The research, which involved people with disabilities, Islamic scholars, government officials, and community representatives, continued for about 15 months. The Islamic scholars found that, in many ways, the Islamic texts they were examining could be interpreted to allow exceptions for people with disabilities. After long deliberation, they announced a new fiqh on disability issues: in 86 separate articles, the decision called for ending the stigma on disability and declared inclusion and accessibility an obligation, including wheelchair access, sign-language interpreters, and prohibiting harassment of people with disabilities.
The researchers submitted their recommendations to the national assembly of Indonesia’s Nahdhatul Ulama, the largest Islamic mass organization in the world, which formally endorsed the new fiqh. Later, the fiqh was adopted by the Ministry of Religious Affairs, elevating disability issues to the national mainstream. For Indonesia, this is big progress!
This past August, Eid al-Adha, a holiday celebrated each year by Muslims worldwide, marked the implementation of the fiqh, starting at the Great Mosque of Istiqlal, Indonesia’s most important mosque and a point of reference for other mosques in the country. For the first time, wheelchairs were allowed to enter the mosque, and a special place was reserved for wheelchair-bound worshippers in the front row. Two large screens and television monitors in each corner displayed sign language during the sermon. The mosque also mobilized volunteers from Istiqlal Youth and the Cross-Faith Youth Community, who showed up at 3:00 in the morning to help worshippers with disabilities perform their Eid al-Adha prayers.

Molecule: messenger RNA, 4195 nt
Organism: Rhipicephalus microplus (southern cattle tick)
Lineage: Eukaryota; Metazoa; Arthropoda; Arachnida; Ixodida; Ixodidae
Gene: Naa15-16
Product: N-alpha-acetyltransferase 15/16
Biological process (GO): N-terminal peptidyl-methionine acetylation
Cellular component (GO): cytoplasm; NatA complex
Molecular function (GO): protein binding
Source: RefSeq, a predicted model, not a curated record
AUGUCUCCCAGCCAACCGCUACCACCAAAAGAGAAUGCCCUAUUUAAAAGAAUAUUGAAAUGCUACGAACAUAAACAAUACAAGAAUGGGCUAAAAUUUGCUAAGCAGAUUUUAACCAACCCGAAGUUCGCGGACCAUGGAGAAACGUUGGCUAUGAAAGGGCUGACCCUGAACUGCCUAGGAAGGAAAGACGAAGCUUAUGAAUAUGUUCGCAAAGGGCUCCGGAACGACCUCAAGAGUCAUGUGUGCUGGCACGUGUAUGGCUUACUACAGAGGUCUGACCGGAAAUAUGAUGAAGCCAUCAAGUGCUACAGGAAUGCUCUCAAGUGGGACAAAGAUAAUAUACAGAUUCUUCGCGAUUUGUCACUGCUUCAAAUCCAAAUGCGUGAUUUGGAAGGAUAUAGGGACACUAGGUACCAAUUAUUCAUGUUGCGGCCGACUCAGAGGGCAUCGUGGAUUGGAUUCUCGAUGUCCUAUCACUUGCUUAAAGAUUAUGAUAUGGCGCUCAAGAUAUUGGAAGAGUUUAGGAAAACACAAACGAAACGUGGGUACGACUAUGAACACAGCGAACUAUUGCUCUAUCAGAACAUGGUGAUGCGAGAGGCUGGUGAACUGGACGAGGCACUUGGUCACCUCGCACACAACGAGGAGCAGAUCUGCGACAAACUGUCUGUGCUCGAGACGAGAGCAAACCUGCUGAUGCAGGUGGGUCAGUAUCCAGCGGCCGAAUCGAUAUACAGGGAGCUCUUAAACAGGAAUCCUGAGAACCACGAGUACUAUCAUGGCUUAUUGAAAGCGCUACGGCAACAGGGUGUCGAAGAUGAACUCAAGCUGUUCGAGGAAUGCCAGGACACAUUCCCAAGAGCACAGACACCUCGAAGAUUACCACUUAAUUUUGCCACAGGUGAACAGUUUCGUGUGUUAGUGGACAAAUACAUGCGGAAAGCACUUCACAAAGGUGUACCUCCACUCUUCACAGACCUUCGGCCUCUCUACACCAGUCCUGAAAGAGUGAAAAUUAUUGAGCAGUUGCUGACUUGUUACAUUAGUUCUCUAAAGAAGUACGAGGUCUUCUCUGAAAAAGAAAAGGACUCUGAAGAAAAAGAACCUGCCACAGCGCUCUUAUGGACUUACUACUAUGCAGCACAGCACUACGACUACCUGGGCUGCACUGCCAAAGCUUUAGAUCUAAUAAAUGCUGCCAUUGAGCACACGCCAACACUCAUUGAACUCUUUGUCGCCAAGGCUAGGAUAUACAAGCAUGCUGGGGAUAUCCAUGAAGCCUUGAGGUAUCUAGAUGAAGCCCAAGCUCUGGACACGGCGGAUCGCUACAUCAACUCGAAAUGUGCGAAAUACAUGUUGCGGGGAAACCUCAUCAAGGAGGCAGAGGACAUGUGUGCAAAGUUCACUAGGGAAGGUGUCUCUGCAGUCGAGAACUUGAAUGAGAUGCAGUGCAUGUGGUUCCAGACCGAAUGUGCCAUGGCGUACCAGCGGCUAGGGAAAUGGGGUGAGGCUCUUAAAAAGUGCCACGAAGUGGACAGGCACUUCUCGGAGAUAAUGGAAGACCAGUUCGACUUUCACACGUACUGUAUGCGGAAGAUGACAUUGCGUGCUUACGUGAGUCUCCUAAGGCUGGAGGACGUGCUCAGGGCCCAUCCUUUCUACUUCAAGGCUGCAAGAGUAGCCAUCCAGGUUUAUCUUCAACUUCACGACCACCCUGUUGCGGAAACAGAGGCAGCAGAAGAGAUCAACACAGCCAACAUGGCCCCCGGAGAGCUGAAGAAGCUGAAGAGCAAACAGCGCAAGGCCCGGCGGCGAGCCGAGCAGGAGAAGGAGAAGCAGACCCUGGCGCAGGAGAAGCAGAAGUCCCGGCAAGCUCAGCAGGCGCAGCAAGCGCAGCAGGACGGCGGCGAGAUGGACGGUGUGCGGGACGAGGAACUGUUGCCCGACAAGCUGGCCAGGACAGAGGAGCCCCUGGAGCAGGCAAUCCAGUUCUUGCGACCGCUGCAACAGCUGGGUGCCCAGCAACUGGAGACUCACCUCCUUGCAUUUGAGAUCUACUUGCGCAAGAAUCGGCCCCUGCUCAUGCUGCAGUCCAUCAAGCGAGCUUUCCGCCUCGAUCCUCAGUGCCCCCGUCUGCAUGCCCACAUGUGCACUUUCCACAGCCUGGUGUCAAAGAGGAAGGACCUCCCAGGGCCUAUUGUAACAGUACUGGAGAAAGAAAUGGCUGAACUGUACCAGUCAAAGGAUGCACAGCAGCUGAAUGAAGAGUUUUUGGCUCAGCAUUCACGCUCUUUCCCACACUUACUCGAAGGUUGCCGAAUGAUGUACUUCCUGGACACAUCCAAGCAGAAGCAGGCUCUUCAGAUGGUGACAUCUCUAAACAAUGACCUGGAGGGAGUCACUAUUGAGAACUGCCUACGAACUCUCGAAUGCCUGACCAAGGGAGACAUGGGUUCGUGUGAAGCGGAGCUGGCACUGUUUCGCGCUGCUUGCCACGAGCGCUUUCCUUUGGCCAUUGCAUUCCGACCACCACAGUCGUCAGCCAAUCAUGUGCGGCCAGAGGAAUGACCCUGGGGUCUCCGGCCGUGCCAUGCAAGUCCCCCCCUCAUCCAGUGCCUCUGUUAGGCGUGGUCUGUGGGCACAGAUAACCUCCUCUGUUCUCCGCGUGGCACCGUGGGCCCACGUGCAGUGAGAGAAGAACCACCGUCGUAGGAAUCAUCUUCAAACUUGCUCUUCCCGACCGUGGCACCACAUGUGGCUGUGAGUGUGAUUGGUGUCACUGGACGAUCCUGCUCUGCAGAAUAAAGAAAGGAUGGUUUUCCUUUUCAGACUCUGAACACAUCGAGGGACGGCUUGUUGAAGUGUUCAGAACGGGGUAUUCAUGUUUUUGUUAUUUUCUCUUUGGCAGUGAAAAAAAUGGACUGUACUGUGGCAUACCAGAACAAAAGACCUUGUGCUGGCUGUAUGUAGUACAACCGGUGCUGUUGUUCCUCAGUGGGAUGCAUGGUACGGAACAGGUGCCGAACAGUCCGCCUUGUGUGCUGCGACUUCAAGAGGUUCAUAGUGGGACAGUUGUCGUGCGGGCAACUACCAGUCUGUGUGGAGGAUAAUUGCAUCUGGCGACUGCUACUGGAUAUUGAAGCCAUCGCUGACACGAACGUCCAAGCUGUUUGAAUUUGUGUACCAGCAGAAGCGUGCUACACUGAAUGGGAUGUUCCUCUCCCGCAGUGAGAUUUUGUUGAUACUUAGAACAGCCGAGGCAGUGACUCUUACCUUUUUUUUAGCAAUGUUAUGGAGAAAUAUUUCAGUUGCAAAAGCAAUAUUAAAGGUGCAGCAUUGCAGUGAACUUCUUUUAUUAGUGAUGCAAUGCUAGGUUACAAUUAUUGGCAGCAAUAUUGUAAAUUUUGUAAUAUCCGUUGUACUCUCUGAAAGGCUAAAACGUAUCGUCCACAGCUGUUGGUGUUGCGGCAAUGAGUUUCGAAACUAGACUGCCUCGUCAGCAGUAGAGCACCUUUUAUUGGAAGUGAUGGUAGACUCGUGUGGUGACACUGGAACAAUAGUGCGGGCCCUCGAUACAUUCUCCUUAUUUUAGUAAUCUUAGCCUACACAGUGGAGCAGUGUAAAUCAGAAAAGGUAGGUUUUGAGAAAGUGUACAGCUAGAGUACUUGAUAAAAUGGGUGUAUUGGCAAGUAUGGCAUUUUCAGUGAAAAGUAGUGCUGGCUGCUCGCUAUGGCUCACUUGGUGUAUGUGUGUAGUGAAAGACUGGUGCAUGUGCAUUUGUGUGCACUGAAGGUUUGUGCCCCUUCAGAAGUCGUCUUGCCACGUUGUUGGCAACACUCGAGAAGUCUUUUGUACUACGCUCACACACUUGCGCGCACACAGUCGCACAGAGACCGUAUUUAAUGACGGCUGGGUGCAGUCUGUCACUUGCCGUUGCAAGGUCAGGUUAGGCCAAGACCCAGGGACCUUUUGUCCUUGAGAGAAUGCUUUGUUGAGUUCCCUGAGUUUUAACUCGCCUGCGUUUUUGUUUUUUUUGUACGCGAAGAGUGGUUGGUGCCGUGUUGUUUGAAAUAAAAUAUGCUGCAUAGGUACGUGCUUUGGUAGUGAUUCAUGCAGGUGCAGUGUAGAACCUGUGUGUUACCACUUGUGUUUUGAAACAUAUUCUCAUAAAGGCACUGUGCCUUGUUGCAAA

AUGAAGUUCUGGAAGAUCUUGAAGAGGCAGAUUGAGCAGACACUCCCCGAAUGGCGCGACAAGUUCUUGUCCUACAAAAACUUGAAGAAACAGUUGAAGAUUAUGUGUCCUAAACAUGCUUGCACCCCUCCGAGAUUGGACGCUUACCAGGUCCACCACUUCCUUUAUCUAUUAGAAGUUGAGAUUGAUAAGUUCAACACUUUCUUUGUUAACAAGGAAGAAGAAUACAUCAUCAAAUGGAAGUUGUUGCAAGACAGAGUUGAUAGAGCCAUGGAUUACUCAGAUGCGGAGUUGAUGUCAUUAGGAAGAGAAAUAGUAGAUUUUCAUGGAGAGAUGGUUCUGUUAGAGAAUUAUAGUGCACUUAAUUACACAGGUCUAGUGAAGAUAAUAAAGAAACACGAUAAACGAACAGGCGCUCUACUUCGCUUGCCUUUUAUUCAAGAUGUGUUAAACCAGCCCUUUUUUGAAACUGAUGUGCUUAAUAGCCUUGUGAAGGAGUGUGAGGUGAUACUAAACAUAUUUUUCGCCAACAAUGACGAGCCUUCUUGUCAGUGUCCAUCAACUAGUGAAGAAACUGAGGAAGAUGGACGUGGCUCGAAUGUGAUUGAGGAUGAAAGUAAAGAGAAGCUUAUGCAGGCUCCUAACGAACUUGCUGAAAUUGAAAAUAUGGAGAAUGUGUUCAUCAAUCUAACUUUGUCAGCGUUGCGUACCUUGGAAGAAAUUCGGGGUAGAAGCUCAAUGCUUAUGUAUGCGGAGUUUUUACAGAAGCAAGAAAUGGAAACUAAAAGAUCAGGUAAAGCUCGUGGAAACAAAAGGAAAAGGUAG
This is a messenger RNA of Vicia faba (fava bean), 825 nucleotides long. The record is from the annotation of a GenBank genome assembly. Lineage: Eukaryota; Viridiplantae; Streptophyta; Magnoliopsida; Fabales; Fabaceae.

“I prayed in tears, remembering that for 11 years I could only follow the prayers in Istiqlal on television,” cried Syaiful, a worshipper who uses a wheelchair. “Unbelievable! Today I was inside!”
Another worshipper said he usually prays at a mosque near his house, where he leaves his wheelchair outside and then crawls into the mosque. A deaf man said this was the most impressive Eid ever, because for the first time he could understand the preaching through the sign-language interpreters.
The feelings of joy and emotion that colored those faces quickly spread across the country as the Eid ceremony was broadcast on television and drew nationwide media attention. The new Islamic jurisprudence of disability is not just about wheelchairs; it is a recognition of the dignity of all human beings.
Ade Siti Barokah is a program officer for The Asia Foundation’s Peduli Program, a social inclusion program supported by DFAT in Indonesia. She can be reached at firstname.lastname@example.org. The views and opinions expressed here are those of the author, not those of The Asia Foundation.